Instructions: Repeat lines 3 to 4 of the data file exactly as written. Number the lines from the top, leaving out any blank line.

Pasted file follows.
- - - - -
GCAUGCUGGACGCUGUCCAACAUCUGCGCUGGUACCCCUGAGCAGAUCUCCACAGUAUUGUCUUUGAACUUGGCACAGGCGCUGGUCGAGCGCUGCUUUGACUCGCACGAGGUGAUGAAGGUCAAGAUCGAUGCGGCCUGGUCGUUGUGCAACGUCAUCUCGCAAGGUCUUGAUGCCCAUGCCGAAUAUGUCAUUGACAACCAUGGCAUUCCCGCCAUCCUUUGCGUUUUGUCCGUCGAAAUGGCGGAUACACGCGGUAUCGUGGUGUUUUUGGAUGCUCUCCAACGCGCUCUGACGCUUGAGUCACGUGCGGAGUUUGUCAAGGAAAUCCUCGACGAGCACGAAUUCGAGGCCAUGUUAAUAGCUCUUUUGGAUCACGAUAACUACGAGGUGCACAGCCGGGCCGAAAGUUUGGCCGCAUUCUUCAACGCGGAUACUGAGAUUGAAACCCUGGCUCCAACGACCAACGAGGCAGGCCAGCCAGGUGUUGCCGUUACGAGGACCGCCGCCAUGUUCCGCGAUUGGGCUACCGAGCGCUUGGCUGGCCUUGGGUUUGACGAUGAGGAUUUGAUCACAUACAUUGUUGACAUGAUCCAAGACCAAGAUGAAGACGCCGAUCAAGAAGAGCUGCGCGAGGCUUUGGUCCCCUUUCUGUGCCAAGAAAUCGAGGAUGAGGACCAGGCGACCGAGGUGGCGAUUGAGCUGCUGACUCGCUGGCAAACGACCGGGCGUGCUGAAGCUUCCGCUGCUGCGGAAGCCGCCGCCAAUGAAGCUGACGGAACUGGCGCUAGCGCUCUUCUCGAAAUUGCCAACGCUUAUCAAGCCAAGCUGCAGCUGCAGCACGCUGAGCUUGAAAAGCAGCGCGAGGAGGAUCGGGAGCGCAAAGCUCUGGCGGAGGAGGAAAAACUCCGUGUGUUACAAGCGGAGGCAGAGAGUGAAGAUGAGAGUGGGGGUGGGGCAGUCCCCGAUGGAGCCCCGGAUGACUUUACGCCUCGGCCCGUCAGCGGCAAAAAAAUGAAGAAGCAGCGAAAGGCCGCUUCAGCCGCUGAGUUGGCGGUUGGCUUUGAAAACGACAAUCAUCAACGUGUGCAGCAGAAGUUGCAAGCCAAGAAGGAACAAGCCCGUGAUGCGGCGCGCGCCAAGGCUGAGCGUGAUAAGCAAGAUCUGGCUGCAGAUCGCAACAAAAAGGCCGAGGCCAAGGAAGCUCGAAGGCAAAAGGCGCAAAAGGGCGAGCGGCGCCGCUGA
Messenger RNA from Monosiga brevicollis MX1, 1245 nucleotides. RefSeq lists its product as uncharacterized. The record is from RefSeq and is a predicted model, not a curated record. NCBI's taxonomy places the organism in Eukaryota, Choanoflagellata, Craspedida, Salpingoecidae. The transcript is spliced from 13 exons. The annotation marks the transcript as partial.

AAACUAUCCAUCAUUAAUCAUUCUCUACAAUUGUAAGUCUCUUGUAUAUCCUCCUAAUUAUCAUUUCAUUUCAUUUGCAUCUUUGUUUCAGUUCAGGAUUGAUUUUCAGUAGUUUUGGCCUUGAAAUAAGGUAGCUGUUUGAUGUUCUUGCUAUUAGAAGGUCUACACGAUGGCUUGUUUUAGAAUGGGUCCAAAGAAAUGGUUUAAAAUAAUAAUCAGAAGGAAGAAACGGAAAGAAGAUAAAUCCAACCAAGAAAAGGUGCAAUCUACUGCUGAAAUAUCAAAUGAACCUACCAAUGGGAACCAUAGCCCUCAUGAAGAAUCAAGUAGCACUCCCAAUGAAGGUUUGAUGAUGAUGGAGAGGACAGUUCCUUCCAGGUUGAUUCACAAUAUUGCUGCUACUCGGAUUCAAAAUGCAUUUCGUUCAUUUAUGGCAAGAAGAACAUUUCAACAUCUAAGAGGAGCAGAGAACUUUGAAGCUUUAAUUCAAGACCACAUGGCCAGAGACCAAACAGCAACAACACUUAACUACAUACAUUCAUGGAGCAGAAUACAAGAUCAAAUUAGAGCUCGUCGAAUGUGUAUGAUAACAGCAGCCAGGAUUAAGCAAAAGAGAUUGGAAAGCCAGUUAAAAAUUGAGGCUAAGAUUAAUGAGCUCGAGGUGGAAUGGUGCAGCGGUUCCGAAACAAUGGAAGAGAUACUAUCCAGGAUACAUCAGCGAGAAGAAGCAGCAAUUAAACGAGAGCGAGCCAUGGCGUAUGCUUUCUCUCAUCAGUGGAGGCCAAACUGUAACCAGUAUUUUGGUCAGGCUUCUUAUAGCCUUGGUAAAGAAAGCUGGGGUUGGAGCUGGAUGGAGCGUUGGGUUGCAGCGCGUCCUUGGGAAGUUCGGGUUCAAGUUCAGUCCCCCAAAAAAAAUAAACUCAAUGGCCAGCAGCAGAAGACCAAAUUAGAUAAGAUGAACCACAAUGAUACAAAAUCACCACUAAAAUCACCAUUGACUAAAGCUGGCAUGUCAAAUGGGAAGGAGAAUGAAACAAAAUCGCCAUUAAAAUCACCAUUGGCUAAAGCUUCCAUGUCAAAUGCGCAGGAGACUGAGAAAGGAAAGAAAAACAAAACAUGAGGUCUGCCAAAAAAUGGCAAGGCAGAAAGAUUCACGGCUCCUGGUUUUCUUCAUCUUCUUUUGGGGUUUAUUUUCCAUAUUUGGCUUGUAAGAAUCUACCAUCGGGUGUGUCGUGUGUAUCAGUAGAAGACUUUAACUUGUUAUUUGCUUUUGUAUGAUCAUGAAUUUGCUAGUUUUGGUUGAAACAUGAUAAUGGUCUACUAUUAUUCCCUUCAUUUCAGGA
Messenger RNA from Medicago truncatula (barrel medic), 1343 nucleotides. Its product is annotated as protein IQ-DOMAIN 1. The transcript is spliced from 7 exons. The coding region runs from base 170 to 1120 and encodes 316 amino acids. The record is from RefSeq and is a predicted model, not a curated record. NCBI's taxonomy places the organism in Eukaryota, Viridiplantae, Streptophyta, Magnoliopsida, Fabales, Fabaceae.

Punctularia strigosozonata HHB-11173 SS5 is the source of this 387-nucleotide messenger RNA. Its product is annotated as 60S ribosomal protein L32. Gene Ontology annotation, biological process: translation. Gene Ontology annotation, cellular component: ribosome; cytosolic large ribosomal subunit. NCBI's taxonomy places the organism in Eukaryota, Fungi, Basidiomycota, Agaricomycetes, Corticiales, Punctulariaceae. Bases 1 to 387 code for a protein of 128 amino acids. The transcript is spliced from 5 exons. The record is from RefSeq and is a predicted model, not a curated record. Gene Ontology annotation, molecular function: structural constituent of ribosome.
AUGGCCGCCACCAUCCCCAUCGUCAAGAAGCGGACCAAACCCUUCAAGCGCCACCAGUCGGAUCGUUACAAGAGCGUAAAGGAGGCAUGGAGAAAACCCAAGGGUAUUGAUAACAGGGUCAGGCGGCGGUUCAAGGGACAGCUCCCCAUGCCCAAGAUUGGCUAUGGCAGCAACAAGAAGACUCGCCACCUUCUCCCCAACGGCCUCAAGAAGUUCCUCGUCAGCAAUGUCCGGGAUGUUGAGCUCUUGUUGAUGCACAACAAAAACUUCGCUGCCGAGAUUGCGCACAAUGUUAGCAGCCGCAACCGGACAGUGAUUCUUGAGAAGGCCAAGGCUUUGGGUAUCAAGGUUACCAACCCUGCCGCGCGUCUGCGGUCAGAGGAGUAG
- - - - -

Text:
AAACUAUCCAUCAUUAAUCAUUCUCUACAAUUGUAAGUCUCUUGUAUAUCCUCCUAAUUAUCAUUUCAUUUCAUUUGCAUCUUUGUUUCAGUUCAGGAUUGAUUUUCAGUAGUUUUGGCCUUGAAAUAAGGUAGCUGUUUGAUGUUCUUGCUAUUAGAAGGUCUACACGAUGGCUUGUUUUAGAAUGGGUCCAAAGAAAUGGUUUAAAAUAAUAAUCAGAAGGAAGAAACGGAAAGAAGAUAAAUCCAACCAAGAAAAGGUGCAAUCUACUGCUGAAAUAUCAAAUGAACCUACCAAUGGGAACCAUAGCCCUCAUGAAGAAUCAAGUAGCACUCCCAAUGAAGGUUUGAUGAUGAUGGAGAGGACAGUUCCUUCCAGGUUGAUUCACAAUAUUGCUGCUACUCGGAUUCAAAAUGCAUUUCGUUCAUUUAUGGCAAGAAGAACAUUUCAACAUCUAAGAGGAGCAGAGAACUUUGAAGCUUUAAUUCAAGACCACAUGGCCAGAGACCAAACAGCAACAACACUUAACUACAUACAUUCAUGGAGCAGAAUACAAGAUCAAAUUAGAGCUCGUCGAAUGUGUAUGAUAACAGCAGCCAGGAUUAAGCAAAAGAGAUUGGAAAGCCAGUUAAAAAUUGAGGCUAAGAUUAAUGAGCUCGAGGUGGAAUGGUGCAGCGGUUCCGAAACAAUGGAAGAGAUACUAUCCAGGAUACAUCAGCGAGAAGAAGCAGCAAUUAAACGAGAGCGAGCCAUGGCGUAUGCUUUCUCUCAUCAGUGGAGGCCAAACUGUAACCAGUAUUUUGGUCAGGCUUCUUAUAGCCUUGGUAAAGAAAGCUGGGGUUGGAGCUGGAUGGAGCGUUGGGUUGCAGCGCGUCCUUGGGAAGUUCGGGUUCAAGUUCAGUCCCCCAAAAAAAAUAAACUCAAUGGCCAGCAGCAGAAGACCAAAUUAGAUAAGAUGAACCACAAUGAUACAAAAUCACCACUAAAAUCACCAUUGACUAAAGCUGGCAUGUCAAAUGGGAAGGAGAAUGAAACAAAAUCGCCAUUAAAAUCACCAUUGGCUAAAGCUUCCAUGUCAAAUGCGCAGGAGACUGAGAAAGGAAAGAAAAACAAAACAUGAGGUCUGCCAAAAAAUGGCAAGGCAGAAAGAUUCACGGCUCCUGGUUUUCUUCAUCUUCUUUUGGGGUUUAUUUUCCAUAUUUGGCUUGUAAGAAUCUACCAUCGGGUGUGUCGUGUGUAUCAGUAGAAGACUUUAACUUGUUAUUUGCUUUUGUAUGAUCAUGAAUUUGCUAGUUUUGGUUGAAACAUGAUAAUGGUCUACUAUUAUUCCCUUCAUUUCAGGA
Messenger RNA from Medicago truncatula (barrel medic), 1343 nucleotides. Its product is annotated as protein IQ-DOMAIN 1. The transcript is spliced from 7 exons. The coding region runs from base 170 to 1120 and encodes 316 amino acids. The record is from RefSeq and is a predicted model, not a curated record. NCBI's taxonomy places the organism in Eukaryota, Viridiplantae, Streptophyta, Magnoliopsida, Fabales, Fabaceae.